Iteration Three: A user protects a butterfly from projectile crystals by encasing the butterfly within a spherical orb. The crystals help indicate the butterfly path to the user and add more dynamic objects to the environment. Movements can be customized and recorded before gameplay by holding down the trigger of the HTC Vive controller and performing the desired motion to prescribe. A calibration is run in the main menu to determine user arm length by comparing pose between controllers and HMD. An "Auto Mode" was enabled to allow users to play at home without research evaluators: the game begins by the user placing their controller on the butterfly for 5 seconds, which loads a set of customized movements that can be remotely set by the therapist or research evaluator. Exercises switch after a default ten repetitions and default 60 second rest period. All variables pertaining to repetitions, exercise type, speed, order, and movement can be customized locally and or remotely through the evaluator interface and prescribed for at-home use or clinical use. This iteration has just completed long term testing of bi-weekly sessions with five users undergoing upper-extremity rehabilitation over the course of two months. Additionally, a remote user was tested within their personal homes through remote deployment and using the "Auto Mode." Results and dissemination of iteration three are currently under review at an international conference.
Subsequently, Project Butterfly requires the user to closely follow physical movements prescribed by therapists by encasing the butterfly in a bubble. The design and evaluation of this experience have gone through multiple iterations informed of local disability learning centers in Santa Cruz, California, and pilot results have been reported in Elor et al. 2019 IEEE VR to analyze its synergy with wearable assistive robotics. An additional parsing and visualizing pipeline was implemented through Mathworks Matlab 2018b by utilizing the statistical and visualization toolboxes: this enabled analysis of mean, median, standard deviation, standard error, Wilcoxon significance, ANOVA, and Kruskal Wallis analysis of player pose, behavior, and survey results.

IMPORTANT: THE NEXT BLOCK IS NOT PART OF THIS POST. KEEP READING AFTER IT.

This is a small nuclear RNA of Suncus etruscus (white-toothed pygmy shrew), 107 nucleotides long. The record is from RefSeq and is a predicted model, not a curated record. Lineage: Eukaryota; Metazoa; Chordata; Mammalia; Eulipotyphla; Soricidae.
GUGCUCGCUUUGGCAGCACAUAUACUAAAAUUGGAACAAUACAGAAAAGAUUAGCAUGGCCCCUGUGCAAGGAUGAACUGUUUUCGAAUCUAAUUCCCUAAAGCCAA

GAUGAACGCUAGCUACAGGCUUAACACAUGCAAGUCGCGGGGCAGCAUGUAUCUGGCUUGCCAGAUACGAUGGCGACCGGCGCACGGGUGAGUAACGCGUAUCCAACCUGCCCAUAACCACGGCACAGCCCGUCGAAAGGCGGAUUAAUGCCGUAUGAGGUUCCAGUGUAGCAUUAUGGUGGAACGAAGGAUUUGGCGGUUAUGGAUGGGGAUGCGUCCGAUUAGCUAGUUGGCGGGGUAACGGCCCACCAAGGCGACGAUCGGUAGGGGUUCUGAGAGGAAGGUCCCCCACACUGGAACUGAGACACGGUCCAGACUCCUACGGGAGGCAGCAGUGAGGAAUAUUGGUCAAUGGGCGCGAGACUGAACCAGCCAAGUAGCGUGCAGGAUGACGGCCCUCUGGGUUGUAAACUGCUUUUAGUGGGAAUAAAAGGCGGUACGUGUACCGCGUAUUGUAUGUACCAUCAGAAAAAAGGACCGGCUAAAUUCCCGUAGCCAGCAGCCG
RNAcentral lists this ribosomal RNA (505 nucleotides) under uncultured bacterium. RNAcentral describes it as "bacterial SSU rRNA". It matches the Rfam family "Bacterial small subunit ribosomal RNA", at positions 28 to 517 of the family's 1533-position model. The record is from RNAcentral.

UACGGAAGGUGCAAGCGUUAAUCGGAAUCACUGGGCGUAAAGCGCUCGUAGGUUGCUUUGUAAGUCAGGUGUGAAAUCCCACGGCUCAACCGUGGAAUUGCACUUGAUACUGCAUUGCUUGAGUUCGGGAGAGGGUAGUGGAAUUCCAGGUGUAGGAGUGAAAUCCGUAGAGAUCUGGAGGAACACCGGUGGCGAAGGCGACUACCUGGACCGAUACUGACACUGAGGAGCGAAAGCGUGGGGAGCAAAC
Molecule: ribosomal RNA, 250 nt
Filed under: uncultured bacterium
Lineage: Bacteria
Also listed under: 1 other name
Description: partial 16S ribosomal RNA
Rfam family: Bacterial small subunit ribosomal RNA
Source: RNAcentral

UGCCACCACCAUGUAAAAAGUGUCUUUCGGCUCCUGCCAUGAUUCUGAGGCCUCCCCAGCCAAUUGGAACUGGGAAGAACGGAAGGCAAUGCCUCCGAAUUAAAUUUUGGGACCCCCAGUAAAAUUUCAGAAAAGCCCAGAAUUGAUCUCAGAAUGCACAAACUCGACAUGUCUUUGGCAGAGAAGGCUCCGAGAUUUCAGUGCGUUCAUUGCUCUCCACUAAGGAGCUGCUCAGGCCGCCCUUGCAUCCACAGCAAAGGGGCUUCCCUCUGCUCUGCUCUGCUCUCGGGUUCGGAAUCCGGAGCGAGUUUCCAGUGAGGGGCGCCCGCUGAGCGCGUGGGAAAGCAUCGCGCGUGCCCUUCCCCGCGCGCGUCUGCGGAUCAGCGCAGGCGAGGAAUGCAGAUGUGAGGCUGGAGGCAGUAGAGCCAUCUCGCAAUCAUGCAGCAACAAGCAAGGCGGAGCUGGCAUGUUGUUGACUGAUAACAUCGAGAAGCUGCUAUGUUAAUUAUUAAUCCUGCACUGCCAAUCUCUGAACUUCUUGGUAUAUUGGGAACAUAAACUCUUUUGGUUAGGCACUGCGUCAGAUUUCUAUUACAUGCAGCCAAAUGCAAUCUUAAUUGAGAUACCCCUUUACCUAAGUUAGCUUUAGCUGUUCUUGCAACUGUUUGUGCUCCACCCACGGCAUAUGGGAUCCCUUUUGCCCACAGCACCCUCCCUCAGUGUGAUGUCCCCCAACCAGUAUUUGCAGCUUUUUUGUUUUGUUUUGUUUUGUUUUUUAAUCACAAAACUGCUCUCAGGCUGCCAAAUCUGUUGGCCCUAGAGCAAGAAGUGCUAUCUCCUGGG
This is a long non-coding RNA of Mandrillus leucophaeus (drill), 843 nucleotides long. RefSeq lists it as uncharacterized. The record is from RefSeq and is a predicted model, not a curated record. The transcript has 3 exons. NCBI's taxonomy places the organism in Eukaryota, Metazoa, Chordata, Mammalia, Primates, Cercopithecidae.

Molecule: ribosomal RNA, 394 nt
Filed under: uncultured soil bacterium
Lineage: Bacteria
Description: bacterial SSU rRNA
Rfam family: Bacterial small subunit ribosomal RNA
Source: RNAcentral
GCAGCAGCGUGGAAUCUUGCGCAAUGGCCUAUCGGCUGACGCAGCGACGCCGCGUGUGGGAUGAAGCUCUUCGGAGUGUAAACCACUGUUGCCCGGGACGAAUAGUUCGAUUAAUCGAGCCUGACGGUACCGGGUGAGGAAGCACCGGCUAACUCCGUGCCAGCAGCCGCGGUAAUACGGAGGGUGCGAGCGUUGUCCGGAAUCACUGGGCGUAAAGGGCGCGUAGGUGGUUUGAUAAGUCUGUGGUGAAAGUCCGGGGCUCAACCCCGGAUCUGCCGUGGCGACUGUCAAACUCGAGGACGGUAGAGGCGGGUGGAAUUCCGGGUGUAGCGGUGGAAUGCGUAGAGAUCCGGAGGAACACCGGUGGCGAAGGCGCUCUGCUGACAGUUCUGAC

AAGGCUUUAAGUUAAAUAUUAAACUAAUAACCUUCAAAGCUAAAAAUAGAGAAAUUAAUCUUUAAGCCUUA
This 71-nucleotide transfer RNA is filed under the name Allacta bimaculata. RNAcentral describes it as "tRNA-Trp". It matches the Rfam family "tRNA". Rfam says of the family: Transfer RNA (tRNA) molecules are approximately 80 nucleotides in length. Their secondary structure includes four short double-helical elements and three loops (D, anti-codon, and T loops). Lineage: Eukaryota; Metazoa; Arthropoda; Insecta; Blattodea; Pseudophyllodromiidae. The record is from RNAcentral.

The long-term use of this system for upper-extremity physical rehabilitation from a game performance and biofeedback perspective as well as creating pipelines for high-level movement analysis and muscle forces through the OpenSim Biomechanics Software are under review. Resultantly, Project Butterfly enacts an immersive media sandbox to test mapped movements and player adversity to physical recovery.
Project Butterfly CITRIS User Testing:
Early CRUX / Project Butterfly Alpha Gameplay Demo
Lead developer of Project Butterfly: including unity development for 3DUI interaction, game behavior, runtime data collection.
Lead designer of user experience testing including protocol design, experimental evaluator, and qualitative observer.
Independently performed data analysis on user testing and gameplay, lead author for dissemination and reporting of results with Project Butterfly.
Dr. Steven Lessard, Lead Developer of the CRUX Tensegrity Soft Exosuit
Professor Sri Kurniawan, Advisor, Mentor, and guidance of HCI related protocols and testing.
Professor Mircea Teodorescu: Advisor, Mentor, and guidance of system engineering related architecture and framework.
Michael Ora Powell, Aviv Elor, Mircea Teodorescu and Sri Kurniawan. OpenButterfly: Multimodal Rehabilitation Analysis of Immersive Virtual Reality for Physical Therapy. American Journal of Sports Science and Medicine. 2020; 8(1):23-35. doi: 10.12691/ajssm-8-1-5
Elor, A., Lessard, S., Teodorescu, M., & Kurniawan, S. (2019, March). Project Butterfly: Synergizing Immersive Virtual Reality with Actuated Soft Exosuit for Upper-Extremity Rehabilitation. In 2019 IEEE Conference on Virtual Reality and 3D User Interfaces (VR) (pp. 1448-1456). IEEE.